Movement and cover (or perhaps lack there of) aside the shooting in the game is okay. You don’t exactly have a wide range of guns to use and most are pretty much what you can expect from a game like this. At least they all work correctly. That said the main attraction to Deep Black and perhaps the only reason it might have been on people’s radars is the fact that underwater gameplay was supposed to play a major role. I’d say that this is mostly true but only just. The game is pretty heavy on the water segments in the first two acts with the final three playing out mostly on the ground. So much so that I sometimes completely forgot about the water segments entirely. As you’d expect the water segments don’t control very well and are often times more annoying than anything. It’s hard enough to correctly maneuver in the water during a firefight but in one particular boss battle the addition of currents pushing me around, and often times directly into rockets, do nothing but make things so much more annoying. In addition you’ll also find yourself coming into contact with underwater homing mines that are nearly impossible to dodge on your first few times through each segment.
With all of this said I think one of the things that sticks out to me the most is the number of times I would be stuck on one segment for upwards of an hour wondering how any of this made sense design wise. I could ramble off a dozen different segments where I honestly felt that major parts of the game’s design itself were broken in numerous ways. One example that tends to cover numerous segments was the way the game handled throwing numerous enemies at you and then adding a flying drone. The way these firefights would play out is that I’d choose some cover and every so often peak out and try to take out another enemy. This works fine until the flying drone comes in. This drone will go behind you forcing you to stand up from your cover and try to destroy it. Because everything in the game is a major bullet sponge this takes some time and will mostly result in your death within a couple seconds due to the dozen enemies that are still firing at you. As is the case with a lot of the game I found myself dying a handful of times until I either perfected step-by-step every encounter or just got really lucky.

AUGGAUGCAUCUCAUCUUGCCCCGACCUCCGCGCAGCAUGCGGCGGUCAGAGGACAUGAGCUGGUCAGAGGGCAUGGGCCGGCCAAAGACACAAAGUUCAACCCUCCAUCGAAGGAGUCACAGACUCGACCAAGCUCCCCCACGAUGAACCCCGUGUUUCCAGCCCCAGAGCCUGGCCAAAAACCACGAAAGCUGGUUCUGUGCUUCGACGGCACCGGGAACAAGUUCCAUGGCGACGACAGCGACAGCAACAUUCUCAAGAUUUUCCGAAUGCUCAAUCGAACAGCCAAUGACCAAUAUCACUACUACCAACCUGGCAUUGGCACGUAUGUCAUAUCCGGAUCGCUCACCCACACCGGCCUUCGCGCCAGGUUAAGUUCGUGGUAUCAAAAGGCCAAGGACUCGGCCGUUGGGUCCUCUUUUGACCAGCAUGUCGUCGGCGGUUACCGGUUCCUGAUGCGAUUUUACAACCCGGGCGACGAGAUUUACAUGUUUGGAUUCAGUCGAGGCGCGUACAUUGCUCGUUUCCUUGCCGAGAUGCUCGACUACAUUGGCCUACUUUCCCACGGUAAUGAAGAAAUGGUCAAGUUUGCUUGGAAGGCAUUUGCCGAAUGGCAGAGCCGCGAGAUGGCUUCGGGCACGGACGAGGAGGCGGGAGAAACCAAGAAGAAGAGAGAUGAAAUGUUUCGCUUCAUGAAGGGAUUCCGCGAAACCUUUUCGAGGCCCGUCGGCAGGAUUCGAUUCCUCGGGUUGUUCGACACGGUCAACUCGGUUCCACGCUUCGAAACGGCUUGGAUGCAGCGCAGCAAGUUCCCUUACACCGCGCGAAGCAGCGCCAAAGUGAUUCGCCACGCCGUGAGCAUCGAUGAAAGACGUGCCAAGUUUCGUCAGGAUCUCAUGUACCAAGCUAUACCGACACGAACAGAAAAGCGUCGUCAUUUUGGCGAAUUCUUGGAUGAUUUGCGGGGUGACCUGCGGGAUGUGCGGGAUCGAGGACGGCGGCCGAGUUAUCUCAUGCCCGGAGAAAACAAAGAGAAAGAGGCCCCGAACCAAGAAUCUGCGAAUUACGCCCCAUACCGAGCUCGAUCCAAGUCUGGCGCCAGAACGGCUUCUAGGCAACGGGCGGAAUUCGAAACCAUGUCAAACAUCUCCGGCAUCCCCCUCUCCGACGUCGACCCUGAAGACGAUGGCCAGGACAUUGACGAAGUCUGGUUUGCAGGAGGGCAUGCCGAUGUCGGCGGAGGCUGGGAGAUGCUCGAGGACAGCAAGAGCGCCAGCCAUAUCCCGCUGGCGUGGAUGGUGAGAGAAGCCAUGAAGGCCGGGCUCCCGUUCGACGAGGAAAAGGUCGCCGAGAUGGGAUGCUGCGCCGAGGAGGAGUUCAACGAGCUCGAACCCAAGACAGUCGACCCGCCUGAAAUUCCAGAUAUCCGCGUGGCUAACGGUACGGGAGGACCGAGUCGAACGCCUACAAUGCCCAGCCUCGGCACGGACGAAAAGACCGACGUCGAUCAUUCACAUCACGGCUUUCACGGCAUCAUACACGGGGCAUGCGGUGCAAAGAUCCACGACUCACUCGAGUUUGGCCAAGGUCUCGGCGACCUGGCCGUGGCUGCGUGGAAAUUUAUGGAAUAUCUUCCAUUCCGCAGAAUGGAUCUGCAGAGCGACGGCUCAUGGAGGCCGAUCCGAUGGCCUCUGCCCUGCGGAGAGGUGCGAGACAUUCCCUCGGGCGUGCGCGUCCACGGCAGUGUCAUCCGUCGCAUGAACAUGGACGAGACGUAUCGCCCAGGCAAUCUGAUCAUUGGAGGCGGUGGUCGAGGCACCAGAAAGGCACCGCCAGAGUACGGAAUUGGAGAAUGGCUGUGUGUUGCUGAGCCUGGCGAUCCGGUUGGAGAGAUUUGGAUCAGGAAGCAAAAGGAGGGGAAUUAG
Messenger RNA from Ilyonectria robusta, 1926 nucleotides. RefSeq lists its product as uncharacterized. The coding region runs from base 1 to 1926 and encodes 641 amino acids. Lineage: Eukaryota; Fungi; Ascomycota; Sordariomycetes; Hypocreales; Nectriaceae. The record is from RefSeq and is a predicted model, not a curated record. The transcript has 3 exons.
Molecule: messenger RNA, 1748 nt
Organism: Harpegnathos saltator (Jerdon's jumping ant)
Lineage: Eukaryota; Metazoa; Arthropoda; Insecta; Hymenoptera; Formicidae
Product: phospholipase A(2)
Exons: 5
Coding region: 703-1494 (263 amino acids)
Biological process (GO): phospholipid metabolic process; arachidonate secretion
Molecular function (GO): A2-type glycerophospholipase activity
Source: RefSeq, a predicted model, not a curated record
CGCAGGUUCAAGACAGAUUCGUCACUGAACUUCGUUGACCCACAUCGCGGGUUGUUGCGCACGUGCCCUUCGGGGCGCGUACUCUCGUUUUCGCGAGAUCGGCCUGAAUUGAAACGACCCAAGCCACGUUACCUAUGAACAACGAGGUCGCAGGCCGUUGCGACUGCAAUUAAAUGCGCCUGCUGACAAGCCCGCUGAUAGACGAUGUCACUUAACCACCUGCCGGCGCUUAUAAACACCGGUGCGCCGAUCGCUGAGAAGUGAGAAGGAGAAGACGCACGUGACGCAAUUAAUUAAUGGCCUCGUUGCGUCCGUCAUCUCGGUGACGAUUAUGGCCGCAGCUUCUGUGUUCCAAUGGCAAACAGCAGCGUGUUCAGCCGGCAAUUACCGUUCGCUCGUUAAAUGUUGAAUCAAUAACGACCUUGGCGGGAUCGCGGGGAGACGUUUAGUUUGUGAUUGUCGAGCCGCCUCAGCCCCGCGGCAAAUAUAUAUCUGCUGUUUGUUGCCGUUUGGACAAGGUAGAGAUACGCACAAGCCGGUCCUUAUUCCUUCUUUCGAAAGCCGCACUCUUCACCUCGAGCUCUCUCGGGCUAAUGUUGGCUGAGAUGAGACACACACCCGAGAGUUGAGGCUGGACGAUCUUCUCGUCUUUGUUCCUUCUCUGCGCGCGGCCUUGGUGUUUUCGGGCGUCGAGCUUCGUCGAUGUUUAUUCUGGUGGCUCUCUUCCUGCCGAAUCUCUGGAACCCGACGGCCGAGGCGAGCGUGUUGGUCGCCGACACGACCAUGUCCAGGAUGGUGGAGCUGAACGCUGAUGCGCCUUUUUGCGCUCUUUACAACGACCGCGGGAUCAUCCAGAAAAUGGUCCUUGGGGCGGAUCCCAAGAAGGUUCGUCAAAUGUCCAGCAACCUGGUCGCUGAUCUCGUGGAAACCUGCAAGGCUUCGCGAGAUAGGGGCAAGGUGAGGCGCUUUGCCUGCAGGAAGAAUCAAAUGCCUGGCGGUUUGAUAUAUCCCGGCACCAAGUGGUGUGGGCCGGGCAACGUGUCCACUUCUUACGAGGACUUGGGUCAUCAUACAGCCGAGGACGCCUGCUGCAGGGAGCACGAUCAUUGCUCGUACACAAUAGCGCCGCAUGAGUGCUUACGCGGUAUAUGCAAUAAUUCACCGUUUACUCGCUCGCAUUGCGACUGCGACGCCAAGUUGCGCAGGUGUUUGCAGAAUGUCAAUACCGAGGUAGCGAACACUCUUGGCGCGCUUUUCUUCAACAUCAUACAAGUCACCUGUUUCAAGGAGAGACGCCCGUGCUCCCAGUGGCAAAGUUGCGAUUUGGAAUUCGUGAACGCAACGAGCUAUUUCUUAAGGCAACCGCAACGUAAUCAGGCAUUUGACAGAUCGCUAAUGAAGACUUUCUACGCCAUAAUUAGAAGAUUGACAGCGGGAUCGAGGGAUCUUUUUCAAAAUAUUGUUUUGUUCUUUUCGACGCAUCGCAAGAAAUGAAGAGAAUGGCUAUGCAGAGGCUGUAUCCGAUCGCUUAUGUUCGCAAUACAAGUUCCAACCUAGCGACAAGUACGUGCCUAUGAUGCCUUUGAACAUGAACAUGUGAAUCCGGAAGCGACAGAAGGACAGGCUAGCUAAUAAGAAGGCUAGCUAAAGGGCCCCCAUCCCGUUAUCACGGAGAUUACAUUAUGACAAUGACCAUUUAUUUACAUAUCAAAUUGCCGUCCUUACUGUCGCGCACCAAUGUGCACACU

I should also note that this also is the case for both grenade use and melee in the game. Even just tapping the grenade button to do a blind-throw results in you stepping out from cover for a good four to five seconds as you absorb enemy fire due to a long throw animation. This usually results in you being close to death. Melee on the other hand is contextual based. Sometimes an enemy will run up to you during a firefight in which you’ll hit O to preform a melee kill. Pierce then stands up and you are run through a really long animation sequence in which the game turns into Assassin’s Creed and a hidden knife comes out from your wrist area and you stab the guy in the neck. At the end of this sequence you then have to turn Pierce around and go back into cover which takes another few seconds on its own. You’ll either die or get lucky.
Deep Black also features a mutliplayer mode which, surprise surprise, no one is actually playing. If you were watching the livestream last week you probably saw a pretty good example of what the multiplayer is like. First sending invites to friends doesn’t seem to actually work and just finding a game together is more trouble than it’s worth. I personally had to quit the game and restart just to find a the quick match that Chris had set up. Once in the game we experienced a good deal of lag.
Deep Black is broken, poorly designed, at times its a nightmare to control and above all else it’s a colossal waste of everyone’s time. (Yes, there’s a platinum. No, it is absolutely not worth the trouble.) I wanted to list out the handful of specific situations that drove me insane within the game but that would have made this review way too long. The point is that I honestly can’t think of one thing that you could possibly take away from Deep Black as being even remotely okay. It’s a game that feels like it’s trying to take elements from Dead Space, Vanquish, Portal, every third person shooter out there and toss in some water for good measure while failing on every count. Deep Black is the worst game I’ve played this year and I would strongly urge others not to spend money on it. Heck even for free it still wouldn’t be worth it.
A copy of this game was provided by the publisher for review purposes. For more info on our review policy click here. This review is for the PlayStation 3 version of the game.
What I Like:
What I Dislike: